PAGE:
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It’s Time for Some Dad Theory

Five hundred years after Shakespeare helped introduce the term, “dad” remains a symbol of fatherhood’s egalitarian transformation.
June 17, 2022
It’s Time for Some Dad Theory
(Photo by Arthur S. Siegel, via the Library of Congress)

It’s not news that conflating fatherhood and political rule—what some would call patriarchy—is a bad idea. The moral feasibility of the scheme aside, both fatherhood and governing are consuming pursuits. Even if I could bring my good and the public good into perfect alignment—and I can’t—it would be impossible to muster an absolute commitment to both simultaneously. The fact that many fathers attempt to do just that produces miserable outcomes, but it sure makes for great entertainment.

Two of the best shows of the last twenty years, Succession and Arrested Development, work so well in part because they remind us of the tragic and comic excesses of the rule of fathers. Patriarchy is a living reality in the Roy and Bluth families, and in both shows, it takes one of its last sanctioned forms: the family business. Each series opens with the paterfamilias refusing to retire. The announcement brings considerable chagrin to their adult children and other, more ambiguous figures who have been waiting in the wings for a job. This is a classic scenario, and one might even find in it echoes of Hamlet, a story about how stalling succession leads to arrested development, if you will.

Logan Roy and George Bluth Sr.—our tragic patriarch and our comic patriarch—are estimable, distant, occasionally threatening, and frequently inscrutable figures. Nobody ever really knows quite where they stand in relation to them. Solidarity among their children is rare, and alliances between them are usually temporary. The men withhold financial and emotional boons and deploy paternal approval only for the purpose of manipulation. Both delight in teaching dramatic “lessons” through humiliation and fostering sibling competition, and neither has many scruples when it comes to either the family or the business.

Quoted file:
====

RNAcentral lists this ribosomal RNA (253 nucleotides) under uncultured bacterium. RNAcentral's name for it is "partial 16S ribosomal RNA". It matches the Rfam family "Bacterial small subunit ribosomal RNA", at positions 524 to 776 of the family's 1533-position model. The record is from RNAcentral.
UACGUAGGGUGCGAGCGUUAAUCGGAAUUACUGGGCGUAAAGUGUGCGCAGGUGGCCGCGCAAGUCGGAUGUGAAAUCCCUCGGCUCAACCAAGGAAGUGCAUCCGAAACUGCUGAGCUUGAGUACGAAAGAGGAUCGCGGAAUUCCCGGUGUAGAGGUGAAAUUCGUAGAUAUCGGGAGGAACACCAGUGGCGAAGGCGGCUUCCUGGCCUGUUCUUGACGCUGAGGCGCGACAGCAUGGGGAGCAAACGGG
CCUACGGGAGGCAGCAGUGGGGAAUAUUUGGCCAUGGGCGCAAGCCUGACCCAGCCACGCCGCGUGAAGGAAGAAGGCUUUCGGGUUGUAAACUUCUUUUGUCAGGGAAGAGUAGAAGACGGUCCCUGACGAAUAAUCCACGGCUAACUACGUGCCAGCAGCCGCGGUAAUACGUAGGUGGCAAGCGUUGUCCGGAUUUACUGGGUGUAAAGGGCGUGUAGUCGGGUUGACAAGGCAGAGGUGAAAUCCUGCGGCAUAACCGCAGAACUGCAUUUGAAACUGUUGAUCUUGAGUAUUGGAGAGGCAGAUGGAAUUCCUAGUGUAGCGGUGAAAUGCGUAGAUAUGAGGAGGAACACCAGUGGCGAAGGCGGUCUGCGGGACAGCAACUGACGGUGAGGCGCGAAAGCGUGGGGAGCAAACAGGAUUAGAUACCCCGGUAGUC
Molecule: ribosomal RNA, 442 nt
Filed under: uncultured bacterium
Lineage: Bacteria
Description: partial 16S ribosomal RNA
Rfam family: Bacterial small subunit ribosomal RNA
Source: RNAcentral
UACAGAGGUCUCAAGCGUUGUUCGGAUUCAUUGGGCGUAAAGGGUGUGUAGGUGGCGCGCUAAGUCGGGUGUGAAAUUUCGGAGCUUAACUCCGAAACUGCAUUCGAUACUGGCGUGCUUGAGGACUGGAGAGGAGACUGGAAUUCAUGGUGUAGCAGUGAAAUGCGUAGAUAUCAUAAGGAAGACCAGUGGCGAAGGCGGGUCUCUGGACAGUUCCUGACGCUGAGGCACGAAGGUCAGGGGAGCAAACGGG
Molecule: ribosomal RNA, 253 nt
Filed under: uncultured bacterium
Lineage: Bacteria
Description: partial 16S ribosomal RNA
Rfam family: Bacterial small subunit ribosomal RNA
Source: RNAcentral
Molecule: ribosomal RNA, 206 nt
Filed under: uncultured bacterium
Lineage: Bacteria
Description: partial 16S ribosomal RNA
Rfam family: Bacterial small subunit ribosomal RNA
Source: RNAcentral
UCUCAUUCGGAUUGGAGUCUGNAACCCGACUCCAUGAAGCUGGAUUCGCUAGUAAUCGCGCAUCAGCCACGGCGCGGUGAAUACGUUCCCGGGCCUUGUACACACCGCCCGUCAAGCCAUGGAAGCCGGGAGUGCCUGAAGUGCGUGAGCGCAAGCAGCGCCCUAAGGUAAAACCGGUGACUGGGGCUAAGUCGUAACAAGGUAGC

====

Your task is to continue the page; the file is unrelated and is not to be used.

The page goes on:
But there is an important difference between the sinister way Logan presides over Waystar Royco’s quest for global domination and the hapless way George Sr. falls into “light treason.” (For one, Bluth does seem to try to put “family first.”) And while Succession’s gravitas makes the corruption of the members of the Roy family feel inexorable, the failings of the Bluths are relatively benign. Everyone in Arrested Development can still stand each other well enough to return to Balboa Towers or Sudden Valley for drinks at the end of each episode.